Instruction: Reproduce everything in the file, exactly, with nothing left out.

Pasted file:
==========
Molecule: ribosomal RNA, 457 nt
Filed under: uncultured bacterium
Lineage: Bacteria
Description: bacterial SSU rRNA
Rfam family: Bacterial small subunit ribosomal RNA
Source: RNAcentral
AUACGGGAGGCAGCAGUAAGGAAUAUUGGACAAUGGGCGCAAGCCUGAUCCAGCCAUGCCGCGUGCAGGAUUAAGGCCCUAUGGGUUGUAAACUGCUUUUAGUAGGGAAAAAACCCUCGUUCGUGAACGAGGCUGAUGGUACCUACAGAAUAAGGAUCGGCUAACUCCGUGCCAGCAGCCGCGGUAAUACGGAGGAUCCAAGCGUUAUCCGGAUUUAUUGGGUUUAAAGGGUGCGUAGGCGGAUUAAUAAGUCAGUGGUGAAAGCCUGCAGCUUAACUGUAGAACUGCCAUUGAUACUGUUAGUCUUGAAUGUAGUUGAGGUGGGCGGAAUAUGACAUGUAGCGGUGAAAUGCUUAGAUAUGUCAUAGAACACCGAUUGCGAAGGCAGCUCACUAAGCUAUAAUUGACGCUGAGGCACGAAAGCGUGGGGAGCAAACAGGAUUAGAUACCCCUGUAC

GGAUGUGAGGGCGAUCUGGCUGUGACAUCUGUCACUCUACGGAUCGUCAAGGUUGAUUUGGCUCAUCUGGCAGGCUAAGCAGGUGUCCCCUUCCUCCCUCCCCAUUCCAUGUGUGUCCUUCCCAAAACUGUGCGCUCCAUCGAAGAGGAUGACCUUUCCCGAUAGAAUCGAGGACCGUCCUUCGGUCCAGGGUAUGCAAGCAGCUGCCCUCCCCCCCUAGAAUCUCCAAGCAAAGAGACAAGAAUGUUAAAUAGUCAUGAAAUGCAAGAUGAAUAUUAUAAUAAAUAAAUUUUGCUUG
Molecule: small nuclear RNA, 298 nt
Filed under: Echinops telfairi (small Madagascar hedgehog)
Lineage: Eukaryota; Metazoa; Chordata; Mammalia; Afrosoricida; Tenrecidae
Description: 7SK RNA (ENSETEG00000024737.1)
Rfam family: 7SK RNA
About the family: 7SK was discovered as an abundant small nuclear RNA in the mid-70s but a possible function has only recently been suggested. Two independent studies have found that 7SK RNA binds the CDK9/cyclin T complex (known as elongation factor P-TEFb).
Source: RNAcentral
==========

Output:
Molecule: ribosomal RNA, 457 nt
Filed under: uncultured bacterium
Lineage: Bacteria
Description: bacterial SSU rRNA
Rfam family: Bacterial small subunit ribosomal RNA
Source: RNAcentral
AUACGGGAGGCAGCAGUAAGGAAUAUUGGACAAUGGGCGCAAGCCUGAUCCAGCCAUGCCGCGUGCAGGAUUAAGGCCCUAUGGGUUGUAAACUGCUUUUAGUAGGGAAAAAACCCUCGUUCGUGAACGAGGCUGAUGGUACCUACAGAAUAAGGAUCGGCUAACUCCGUGCCAGCAGCCGCGGUAAUACGGAGGAUCCAAGCGUUAUCCGGAUUUAUUGGGUUUAAAGGGUGCGUAGGCGGAUUAAUAAGUCAGUGGUGAAAGCCUGCAGCUUAACUGUAGAACUGCCAUUGAUACUGUUAGUCUUGAAUGUAGUUGAGGUGGGCGGAAUAUGACAUGUAGCGGUGAAAUGCUUAGAUAUGUCAUAGAACACCGAUUGCGAAGGCAGCUCACUAAGCUAUAAUUGACGCUGAGGCACGAAAGCGUGGGGAGCAAACAGGAUUAGAUACCCCUGUAC

GGAUGUGAGGGCGAUCUGGCUGUGACAUCUGUCACUCUACGGAUCGUCAAGGUUGAUUUGGCUCAUCUGGCAGGCUAAGCAGGUGUCCCCUUCCUCCCUCCCCAUUCCAUGUGUGUCCUUCCCAAAACUGUGCGCUCCAUCGAAGAGGAUGACCUUUCCCGAUAGAAUCGAGGACCGUCCUUCGGUCCAGGGUAUGCAAGCAGCUGCCCUCCCCCCCUAGAAUCUCCAAGCAAAGAGACAAGAAUGUUAAAUAGUCAUGAAAUGCAAGAUGAAUAUUAUAAUAAAUAAAUUUUGCUUG
Molecule: small nuclear RNA, 298 nt
Filed under: Echinops telfairi (small Madagascar hedgehog)
Lineage: Eukaryota; Metazoa; Chordata; Mammalia; Afrosoricida; Tenrecidae
Description: 7SK RNA (ENSETEG00000024737.1)
Rfam family: 7SK RNA
About the family: 7SK was discovered as an abundant small nuclear RNA in the mid-70s but a possible function has only recently been suggested. Two independent studies have found that 7SK RNA binds the CDK9/cyclin T complex (known as elongation factor P-TEFb).
Source: RNAcentral